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Christmas: season for a Grinch or a grin?

By Raymond Zhou ( China Daily ) Updated: 2016-01-04 07:43:44

Christmas: season for a Grinch or a grin?

[Photo by Wang Xiaoying/China Daily]

It is an individual's freedom to celebrate or ignore any holiday. The urge to frame it too narrowly could backfire when kindred spirits with different paths see it as cultural superimposing or fun lovers keep a blind eye to its origin or nuances.

When it comes to Christmas, I always thought I would be a Grinch. I hate to prepare presents and I don't love getting one, either. Ever since I went through the grinding mill of business school in the United States, I'm convinced that the holiday is designed to ramp up sales of unnecessary and overstocked merchandise.

Recent news photos of young Chinese holding up plaques boycotting Christmas simply negated my self-evaluation: I'm not a Grinch after all. At worst I'm just another grumpy old man. It's funny I've never come across one of the protesters in real life.

According to one online estimate, some 40 percent of respondents take their side, which means almost half of those around me would hate it if I say "merry Christmas" to them. But then my circle of acquaintances and colleagues could be too cosmopolitan or globalized - atypical of the online sample.

I read somewhere that the Asian nation of Brunei has just banned Christmas, and violators will be fined up to $20,000, up to five years in prison, or both. Had Chinese introduced the same law, I guess some of the same protesters would again protest - for the simple reason that it will deprive them of one day of frolicking.

You see, the biggest complaint about Christmas is it's Western and it's religious. But any careful observer of Christmas celebrations in the Middle Kingdom will come to the realization that it has very different connotations, at least among the majority of Chinese celebrants.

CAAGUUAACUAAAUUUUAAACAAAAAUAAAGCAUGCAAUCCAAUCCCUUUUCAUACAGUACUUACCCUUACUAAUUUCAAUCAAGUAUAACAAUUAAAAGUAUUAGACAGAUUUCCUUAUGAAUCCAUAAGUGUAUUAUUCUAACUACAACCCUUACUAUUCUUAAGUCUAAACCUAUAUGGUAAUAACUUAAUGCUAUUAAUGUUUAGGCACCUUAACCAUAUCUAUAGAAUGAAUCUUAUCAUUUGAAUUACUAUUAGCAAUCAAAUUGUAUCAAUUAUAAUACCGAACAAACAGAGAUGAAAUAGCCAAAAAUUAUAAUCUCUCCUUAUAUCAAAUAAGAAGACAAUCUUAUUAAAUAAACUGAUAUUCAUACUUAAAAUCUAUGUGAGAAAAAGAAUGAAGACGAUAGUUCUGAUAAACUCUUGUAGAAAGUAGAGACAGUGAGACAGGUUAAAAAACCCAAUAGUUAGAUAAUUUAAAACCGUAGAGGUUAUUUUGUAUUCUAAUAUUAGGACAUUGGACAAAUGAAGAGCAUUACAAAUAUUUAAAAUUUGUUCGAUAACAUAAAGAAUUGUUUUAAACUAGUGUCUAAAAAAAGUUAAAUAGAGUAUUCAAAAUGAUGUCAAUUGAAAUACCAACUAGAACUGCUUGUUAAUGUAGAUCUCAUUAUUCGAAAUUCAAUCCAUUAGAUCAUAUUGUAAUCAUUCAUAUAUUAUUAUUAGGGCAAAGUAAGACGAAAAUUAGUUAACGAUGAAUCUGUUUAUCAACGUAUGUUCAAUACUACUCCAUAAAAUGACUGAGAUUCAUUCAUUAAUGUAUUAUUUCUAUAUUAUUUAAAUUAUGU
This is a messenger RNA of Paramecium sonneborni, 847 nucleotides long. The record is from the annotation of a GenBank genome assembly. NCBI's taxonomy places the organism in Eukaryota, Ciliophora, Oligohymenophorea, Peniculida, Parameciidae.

Unlike the US cities in which I have lived where Christmas Eve is a time of peace and quiet, young Chinese swarm to posh restaurants and clubs to kick back. Sure, some would think of going to a church afterwards, but most sites would be cordoned off, possibly to keep away these nonbelievers who see the religious venue as an ad-hoc club for partying.

In other words, Christmas in China is essentially a prequel to New Year's Day, which, if you come to terms with it, is also a Western holiday, albeit with few hints of faith in it. Only when you use the Gregorian calendar would the New Year fall on this day.

Christmas: season for a Grinch or a grin?

Using the logic of the boycotters, we should probably stick to the Lunar New Year since our ancestors used the lunar calendar.

If I were a Christmas purist, I would be protesting that the holiday is being sapped of its religious meaning and turned into another opportunity for impious activities.

I did not know of the origin of Christmas until recent years when I learned that nobody actually knew the birthday of Jesus Christ and that it was designated as such hundreds of years later when Christianity spread to parts of Europe and incorporated some pagan holiday. Now I'm no history buff and know even less about religions.

My first culture shock came when I greeted a friend of mine who was a devout Christian by saying "merry Christmas" to him. Rather than being pleased, he coldly replied that he and his family did not celebrate it. I tried to find out why but was deterred.

Christianity has so many sects and denominations that practices must vary from one to another, I thought. I'd better be politically correct and refrain from blurting out more offensive stuff.

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